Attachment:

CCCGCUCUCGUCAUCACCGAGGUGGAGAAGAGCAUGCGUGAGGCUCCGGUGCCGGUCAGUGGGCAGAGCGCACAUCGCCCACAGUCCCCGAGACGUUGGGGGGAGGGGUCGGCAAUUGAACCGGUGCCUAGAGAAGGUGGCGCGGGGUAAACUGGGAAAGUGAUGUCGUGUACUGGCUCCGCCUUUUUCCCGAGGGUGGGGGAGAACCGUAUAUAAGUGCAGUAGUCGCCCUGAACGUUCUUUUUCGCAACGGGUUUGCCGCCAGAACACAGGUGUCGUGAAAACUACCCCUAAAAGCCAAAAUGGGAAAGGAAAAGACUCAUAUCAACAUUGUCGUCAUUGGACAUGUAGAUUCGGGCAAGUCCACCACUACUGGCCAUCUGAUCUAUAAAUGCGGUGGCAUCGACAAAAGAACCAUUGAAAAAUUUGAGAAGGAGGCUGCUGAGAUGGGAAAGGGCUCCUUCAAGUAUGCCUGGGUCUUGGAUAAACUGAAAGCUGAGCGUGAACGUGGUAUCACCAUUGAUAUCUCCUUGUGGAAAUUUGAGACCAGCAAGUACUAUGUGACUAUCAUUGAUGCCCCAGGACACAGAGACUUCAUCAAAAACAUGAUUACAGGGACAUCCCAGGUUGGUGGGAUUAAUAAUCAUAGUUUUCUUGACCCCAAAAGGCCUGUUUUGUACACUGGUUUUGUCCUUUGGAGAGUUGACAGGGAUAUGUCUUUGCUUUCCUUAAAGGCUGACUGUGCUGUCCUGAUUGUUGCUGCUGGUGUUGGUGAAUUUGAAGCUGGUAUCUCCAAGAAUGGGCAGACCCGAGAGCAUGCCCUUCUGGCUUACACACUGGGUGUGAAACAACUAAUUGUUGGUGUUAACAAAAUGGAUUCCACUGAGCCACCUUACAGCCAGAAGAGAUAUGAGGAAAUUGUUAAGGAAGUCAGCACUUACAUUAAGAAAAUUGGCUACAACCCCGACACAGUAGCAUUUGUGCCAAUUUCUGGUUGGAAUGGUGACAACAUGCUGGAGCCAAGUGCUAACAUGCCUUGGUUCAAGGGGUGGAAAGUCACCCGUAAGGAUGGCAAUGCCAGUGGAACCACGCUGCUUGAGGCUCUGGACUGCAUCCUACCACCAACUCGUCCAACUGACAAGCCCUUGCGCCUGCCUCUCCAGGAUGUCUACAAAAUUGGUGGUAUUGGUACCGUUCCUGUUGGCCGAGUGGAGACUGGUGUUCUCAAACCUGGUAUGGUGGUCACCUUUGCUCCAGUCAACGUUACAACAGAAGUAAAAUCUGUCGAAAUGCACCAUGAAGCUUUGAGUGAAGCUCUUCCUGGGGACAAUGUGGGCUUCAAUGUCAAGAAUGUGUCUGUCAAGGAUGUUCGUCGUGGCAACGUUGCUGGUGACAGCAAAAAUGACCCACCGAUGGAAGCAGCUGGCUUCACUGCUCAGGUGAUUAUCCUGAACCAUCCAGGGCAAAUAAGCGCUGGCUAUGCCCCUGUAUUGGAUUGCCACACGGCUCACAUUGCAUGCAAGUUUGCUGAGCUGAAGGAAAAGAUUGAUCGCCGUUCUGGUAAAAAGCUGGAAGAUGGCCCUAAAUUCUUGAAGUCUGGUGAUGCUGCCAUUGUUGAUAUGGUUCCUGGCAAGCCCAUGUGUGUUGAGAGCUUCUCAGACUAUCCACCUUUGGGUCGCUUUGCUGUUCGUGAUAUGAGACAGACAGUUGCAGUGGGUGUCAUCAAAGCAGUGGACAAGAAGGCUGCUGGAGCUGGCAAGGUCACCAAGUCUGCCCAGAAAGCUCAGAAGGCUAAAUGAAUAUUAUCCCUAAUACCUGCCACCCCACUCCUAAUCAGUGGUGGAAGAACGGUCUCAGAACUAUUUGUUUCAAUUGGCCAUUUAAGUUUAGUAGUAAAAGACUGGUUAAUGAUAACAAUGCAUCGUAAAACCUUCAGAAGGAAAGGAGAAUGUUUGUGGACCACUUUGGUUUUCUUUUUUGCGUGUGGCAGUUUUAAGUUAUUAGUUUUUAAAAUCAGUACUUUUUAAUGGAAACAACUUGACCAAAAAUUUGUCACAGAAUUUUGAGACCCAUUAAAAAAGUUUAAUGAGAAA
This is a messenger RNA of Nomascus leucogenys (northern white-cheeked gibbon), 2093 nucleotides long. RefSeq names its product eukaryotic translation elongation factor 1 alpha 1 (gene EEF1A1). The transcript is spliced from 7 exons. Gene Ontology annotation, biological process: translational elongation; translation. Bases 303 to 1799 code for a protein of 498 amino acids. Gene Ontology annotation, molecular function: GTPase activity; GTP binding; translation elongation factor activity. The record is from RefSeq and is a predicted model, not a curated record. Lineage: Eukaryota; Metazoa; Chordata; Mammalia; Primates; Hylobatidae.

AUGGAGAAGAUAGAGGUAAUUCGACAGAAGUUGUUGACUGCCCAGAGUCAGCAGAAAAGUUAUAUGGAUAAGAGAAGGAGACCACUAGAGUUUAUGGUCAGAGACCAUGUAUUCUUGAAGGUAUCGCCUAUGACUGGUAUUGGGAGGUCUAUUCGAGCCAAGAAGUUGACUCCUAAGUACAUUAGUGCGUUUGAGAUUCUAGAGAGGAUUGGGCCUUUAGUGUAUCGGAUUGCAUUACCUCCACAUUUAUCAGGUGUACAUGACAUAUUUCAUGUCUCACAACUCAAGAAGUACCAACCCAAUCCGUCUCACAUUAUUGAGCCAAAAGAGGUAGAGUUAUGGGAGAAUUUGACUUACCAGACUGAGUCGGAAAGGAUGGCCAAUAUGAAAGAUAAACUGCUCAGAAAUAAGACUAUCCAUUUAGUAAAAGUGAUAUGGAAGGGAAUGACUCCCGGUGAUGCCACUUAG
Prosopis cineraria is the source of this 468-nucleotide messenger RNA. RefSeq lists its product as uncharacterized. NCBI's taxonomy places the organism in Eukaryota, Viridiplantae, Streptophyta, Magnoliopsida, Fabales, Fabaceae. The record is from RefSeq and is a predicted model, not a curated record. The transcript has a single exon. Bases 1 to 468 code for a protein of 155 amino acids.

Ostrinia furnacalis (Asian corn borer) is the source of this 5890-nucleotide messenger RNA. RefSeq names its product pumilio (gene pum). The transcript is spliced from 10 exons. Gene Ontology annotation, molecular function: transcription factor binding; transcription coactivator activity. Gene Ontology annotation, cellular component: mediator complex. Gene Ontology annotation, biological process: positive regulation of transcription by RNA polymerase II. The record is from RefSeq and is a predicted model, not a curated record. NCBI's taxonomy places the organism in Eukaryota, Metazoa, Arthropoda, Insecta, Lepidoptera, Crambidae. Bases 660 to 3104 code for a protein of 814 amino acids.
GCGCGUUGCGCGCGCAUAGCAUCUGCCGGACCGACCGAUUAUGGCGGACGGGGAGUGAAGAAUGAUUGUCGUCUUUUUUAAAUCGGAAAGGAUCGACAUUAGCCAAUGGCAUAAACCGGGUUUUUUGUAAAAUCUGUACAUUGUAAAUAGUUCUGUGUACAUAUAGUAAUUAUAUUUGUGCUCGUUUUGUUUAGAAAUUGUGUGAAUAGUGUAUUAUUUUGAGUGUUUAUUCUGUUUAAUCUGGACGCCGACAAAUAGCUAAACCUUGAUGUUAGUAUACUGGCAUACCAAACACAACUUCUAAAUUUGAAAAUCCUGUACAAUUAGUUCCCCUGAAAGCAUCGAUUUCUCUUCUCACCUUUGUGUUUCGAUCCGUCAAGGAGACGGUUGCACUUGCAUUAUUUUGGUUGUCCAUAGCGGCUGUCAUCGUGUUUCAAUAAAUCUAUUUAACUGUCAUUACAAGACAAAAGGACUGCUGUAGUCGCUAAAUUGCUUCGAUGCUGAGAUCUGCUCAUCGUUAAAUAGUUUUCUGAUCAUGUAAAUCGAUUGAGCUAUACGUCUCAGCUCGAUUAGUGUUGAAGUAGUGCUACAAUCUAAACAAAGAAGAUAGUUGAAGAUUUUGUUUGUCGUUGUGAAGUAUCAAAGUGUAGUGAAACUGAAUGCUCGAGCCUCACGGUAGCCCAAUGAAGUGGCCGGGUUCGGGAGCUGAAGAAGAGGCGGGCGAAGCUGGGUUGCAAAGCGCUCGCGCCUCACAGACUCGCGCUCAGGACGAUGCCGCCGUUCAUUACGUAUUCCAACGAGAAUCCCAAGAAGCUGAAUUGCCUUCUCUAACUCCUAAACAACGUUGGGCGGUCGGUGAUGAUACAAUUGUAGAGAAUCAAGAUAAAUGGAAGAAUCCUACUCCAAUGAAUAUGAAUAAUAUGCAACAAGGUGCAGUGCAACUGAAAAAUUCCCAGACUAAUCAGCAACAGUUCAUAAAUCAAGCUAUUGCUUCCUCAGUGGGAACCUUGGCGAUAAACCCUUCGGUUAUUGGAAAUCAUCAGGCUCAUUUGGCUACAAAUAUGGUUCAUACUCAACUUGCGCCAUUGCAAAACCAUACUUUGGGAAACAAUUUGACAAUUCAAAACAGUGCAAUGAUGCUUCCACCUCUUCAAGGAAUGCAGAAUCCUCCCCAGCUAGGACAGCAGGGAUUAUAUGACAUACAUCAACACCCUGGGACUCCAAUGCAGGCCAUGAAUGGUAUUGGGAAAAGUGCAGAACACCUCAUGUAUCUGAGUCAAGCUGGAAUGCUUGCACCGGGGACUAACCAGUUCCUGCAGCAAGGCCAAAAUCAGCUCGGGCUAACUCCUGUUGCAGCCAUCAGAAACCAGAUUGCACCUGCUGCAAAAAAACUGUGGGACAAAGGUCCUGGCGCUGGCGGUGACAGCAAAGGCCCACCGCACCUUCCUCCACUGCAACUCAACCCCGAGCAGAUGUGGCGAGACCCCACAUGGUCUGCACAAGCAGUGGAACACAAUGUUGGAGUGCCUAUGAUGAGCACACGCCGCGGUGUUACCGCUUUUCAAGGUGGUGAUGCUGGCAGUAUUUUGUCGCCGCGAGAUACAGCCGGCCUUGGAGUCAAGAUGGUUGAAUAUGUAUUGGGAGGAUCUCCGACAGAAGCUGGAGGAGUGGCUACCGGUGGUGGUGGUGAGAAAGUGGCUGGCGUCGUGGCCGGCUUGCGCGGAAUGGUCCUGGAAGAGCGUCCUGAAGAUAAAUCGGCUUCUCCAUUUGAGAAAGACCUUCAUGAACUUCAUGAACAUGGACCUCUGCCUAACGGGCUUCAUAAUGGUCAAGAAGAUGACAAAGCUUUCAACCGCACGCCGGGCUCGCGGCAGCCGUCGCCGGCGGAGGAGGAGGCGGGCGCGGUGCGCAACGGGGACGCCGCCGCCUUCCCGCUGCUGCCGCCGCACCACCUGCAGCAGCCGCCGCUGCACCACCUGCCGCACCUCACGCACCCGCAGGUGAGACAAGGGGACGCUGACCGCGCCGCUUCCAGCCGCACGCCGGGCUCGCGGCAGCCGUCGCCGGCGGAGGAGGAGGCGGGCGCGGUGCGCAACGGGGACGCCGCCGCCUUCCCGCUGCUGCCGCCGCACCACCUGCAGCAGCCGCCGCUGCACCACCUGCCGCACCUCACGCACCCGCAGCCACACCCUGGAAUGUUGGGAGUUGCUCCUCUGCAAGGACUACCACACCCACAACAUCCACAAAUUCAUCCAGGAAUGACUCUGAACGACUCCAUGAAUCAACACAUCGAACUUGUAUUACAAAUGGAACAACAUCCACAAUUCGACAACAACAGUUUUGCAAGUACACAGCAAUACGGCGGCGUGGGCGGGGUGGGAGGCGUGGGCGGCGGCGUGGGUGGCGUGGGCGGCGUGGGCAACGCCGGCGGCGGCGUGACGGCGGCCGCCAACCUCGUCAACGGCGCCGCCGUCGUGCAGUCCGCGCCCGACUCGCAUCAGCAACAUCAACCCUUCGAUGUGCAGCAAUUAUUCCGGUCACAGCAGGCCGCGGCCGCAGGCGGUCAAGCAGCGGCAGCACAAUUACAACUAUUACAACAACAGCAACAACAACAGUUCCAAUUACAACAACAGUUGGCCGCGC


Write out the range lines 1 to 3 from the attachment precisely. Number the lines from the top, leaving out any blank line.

CCCGCUCUCGUCAUCACCGAGGUGGAGAAGAGCAUGCGUGAGGCUCCGGUGCCGGUCAGUGGGCAGAGCGCACAUCGCCCACAGUCCCCGAGACGUUGGGGGGAGGGGUCGGCAAUUGAACCGGUGCCUAGAGAAGGUGGCGCGGGGUAAACUGGGAAAGUGAUGUCGUGUACUGGCUCCGCCUUUUUCCCGAGGGUGGGGGAGAACCGUAUAUAAGUGCAGUAGUCGCCCUGAACGUUCUUUUUCGCAACGGGUUUGCCGCCAGAACACAGGUGUCGUGAAAACUACCCCUAAAAGCCAAAAUGGGAAAGGAAAAGACUCAUAUCAACAUUGUCGUCAUUGGACAUGUAGAUUCGGGCAAGUCCACCACUACUGGCCAUCUGAUCUAUAAAUGCGGUGGCAUCGACAAAAGAACCAUUGAAAAAUUUGAGAAGGAGGCUGCUGAGAUGGGAAAGGGCUCCUUCAAGUAUGCCUGGGUCUUGGAUAAACUGAAAGCUGAGCGUGAACGUGGUAUCACCAUUGAUAUCUCCUUGUGGAAAUUUGAGACCAGCAAGUACUAUGUGACUAUCAUUGAUGCCCCAGGACACAGAGACUUCAUCAAAAACAUGAUUACAGGGACAUCCCAGGUUGGUGGGAUUAAUAAUCAUAGUUUUCUUGACCCCAAAAGGCCUGUUUUGUACACUGGUUUUGUCCUUUGGAGAGUUGACAGGGAUAUGUCUUUGCUUUCCUUAAAGGCUGACUGUGCUGUCCUGAUUGUUGCUGCUGGUGUUGGUGAAUUUGAAGCUGGUAUCUCCAAGAAUGGGCAGACCCGAGAGCAUGCCCUUCUGGCUUACACACUGGGUGUGAAACAACUAAUUGUUGGUGUUAACAAAAUGGAUUCCACUGAGCCACCUUACAGCCAGAAGAGAUAUGAGGAAAUUGUUAAGGAAGUCAGCACUUACAUUAAGAAAAUUGGCUACAACCCCGACACAGUAGCAUUUGUGCCAAUUUCUGGUUGGAAUGGUGACAACAUGCUGGAGCCAAGUGCUAACAUGCCUUGGUUCAAGGGGUGGAAAGUCACCCGUAAGGAUGGCAAUGCCAGUGGAACCACGCUGCUUGAGGCUCUGGACUGCAUCCUACCACCAACUCGUCCAACUGACAAGCCCUUGCGCCUGCCUCUCCAGGAUGUCUACAAAAUUGGUGGUAUUGGUACCGUUCCUGUUGGCCGAGUGGAGACUGGUGUUCUCAAACCUGGUAUGGUGGUCACCUUUGCUCCAGUCAACGUUACAACAGAAGUAAAAUCUGUCGAAAUGCACCAUGAAGCUUUGAGUGAAGCUCUUCCUGGGGACAAUGUGGGCUUCAAUGUCAAGAAUGUGUCUGUCAAGGAUGUUCGUCGUGGCAACGUUGCUGGUGACAGCAAAAAUGACCCACCGAUGGAAGCAGCUGGCUUCACUGCUCAGGUGAUUAUCCUGAACCAUCCAGGGCAAAUAAGCGCUGGCUAUGCCCCUGUAUUGGAUUGCCACACGGCUCACAUUGCAUGCAAGUUUGCUGAGCUGAAGGAAAAGAUUGAUCGCCGUUCUGGUAAAAAGCUGGAAGAUGGCCCUAAAUUCUUGAAGUCUGGUGAUGCUGCCAUUGUUGAUAUGGUUCCUGGCAAGCCCAUGUGUGUUGAGAGCUUCUCAGACUAUCCACCUUUGGGUCGCUUUGCUGUUCGUGAUAUGAGACAGACAGUUGCAGUGGGUGUCAUCAAAGCAGUGGACAAGAAGGCUGCUGGAGCUGGCAAGGUCACCAAGUCUGCCCAGAAAGCUCAGAAGGCUAAAUGAAUAUUAUCCCUAAUACCUGCCACCCCACUCCUAAUCAGUGGUGGAAGAACGGUCUCAGAACUAUUUGUUUCAAUUGGCCAUUUAAGUUUAGUAGUAAAAGACUGGUUAAUGAUAACAAUGCAUCGUAAAACCUUCAGAAGGAAAGGAGAAUGUUUGUGGACCACUUUGGUUUUCUUUUUUGCGUGUGGCAGUUUUAAGUUAUUAGUUUUUAAAAUCAGUACUUUUUAAUGGAAACAACUUGACCAAAAAUUUGUCACAGAAUUUUGAGACCCAUUAAAAAAGUUUAAUGAGAAA
This is a messenger RNA of Nomascus leucogenys (northern white-cheeked gibbon), 2093 nucleotides long. RefSeq names its product eukaryotic translation elongation factor 1 alpha 1 (gene EEF1A1). The transcript is spliced from 7 exons. Gene Ontology annotation, biological process: translational elongation; translation. Bases 303 to 1799 code for a protein of 498 amino acids. Gene Ontology annotation, molecular function: GTPase activity; GTP binding; translation elongation factor activity. The record is from RefSeq and is a predicted model, not a curated record. Lineage: Eukaryota; Metazoa; Chordata; Mammalia; Primates; Hylobatidae.

AUGGAGAAGAUAGAGGUAAUUCGACAGAAGUUGUUGACUGCCCAGAGUCAGCAGAAAAGUUAUAUGGAUAAGAGAAGGAGACCACUAGAGUUUAUGGUCAGAGACCAUGUAUUCUUGAAGGUAUCGCCUAUGACUGGUAUUGGGAGGUCUAUUCGAGCCAAGAAGUUGACUCCUAAGUACAUUAGUGCGUUUGAGAUUCUAGAGAGGAUUGGGCCUUUAGUGUAUCGGAUUGCAUUACCUCCACAUUUAUCAGGUGUACAUGACAUAUUUCAUGUCUCACAACUCAAGAAGUACCAACCCAAUCCGUCUCACAUUAUUGAGCCAAAAGAGGUAGAGUUAUGGGAGAAUUUGACUUACCAGACUGAGUCGGAAAGGAUGGCCAAUAUGAAAGAUAAACUGCUCAGAAAUAAGACUAUCCAUUUAGUAAAAGUGAUAUGGAAGGGAAUGACUCCCGGUGAUGCCACUUAG